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Saturday, September 14, 2013

ABA, Ohio, and Federal Action

The U.S. Department of Education told state officials in a letter last week that applied behavior analysis, also known as ABA therapy, must be made available to any child who is considered a good candidate to receive it.

“This is huge,” said Richard Ganulin, a Cincinnati lawyer who has fought for wider availability of the treatment. “The U.S. government has ordered the state of Ohio to fix what it’s been doing wrong.”

The order comes as state officials continue to fight in federal court with a Clermont County couple over whether federal law requires Ohio to provide the treatment, which some parents of autistic children believe is the most effective care available.

Holly and Robert Young sued the state last year after the Ohio Department of Health refused to provide ABA therapy for their son, Roman, through the state’s “Help Me Grow” program. They said their son, now 3, thrived in the therapy and regressed without it.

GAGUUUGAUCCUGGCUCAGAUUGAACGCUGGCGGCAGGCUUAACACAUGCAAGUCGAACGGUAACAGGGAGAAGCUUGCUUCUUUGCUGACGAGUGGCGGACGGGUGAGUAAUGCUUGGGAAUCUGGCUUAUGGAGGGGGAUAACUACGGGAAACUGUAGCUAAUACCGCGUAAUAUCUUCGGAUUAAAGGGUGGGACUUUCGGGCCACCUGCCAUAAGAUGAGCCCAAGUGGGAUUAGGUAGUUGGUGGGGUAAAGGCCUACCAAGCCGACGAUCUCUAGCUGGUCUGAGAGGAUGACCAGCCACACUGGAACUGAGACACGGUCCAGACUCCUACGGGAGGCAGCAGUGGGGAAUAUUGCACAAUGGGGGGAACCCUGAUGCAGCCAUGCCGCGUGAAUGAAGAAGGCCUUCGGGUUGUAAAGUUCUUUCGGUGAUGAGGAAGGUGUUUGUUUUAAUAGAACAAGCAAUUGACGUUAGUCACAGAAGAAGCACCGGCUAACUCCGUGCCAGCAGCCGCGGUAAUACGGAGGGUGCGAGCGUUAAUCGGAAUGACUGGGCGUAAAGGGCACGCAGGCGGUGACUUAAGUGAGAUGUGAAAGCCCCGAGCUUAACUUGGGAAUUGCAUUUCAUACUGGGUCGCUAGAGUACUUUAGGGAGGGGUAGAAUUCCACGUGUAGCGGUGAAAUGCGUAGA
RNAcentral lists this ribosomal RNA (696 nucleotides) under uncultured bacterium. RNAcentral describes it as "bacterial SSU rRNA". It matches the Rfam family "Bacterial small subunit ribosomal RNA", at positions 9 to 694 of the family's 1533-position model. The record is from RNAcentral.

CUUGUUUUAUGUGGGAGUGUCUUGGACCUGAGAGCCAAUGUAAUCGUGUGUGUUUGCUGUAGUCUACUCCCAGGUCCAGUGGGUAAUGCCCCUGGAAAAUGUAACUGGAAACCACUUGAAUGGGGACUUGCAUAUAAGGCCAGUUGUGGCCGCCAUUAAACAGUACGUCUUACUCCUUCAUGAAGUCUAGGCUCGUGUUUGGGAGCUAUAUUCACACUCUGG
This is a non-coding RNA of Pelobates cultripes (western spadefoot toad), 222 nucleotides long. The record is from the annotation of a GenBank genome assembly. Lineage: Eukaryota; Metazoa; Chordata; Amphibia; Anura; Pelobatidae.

U.S. District Judge Michael Barrett ordered the treatment program reinstated for Roman until his third birthday, at which time his local school district assumed responsibility for providing it.
Autism Speaks reports:
The letter noted that "the department is monitoring the litigation in Ohio,"... The Autism Speaks Legal Resource Center has assisted the plaintiffs in the case.
Help Me Grow is Ohio’s birth-to-three program that provides state and federal funding to Ohio's 88 county Family and Children First Councils. The county agencies provide home visitation services for expectant parents, newborns, infants and toddlers up to age three who have or at risk for developmental delays or disabilities, as well as other populations. The program is administered by the state health department's Bureau of Early Intervention Services.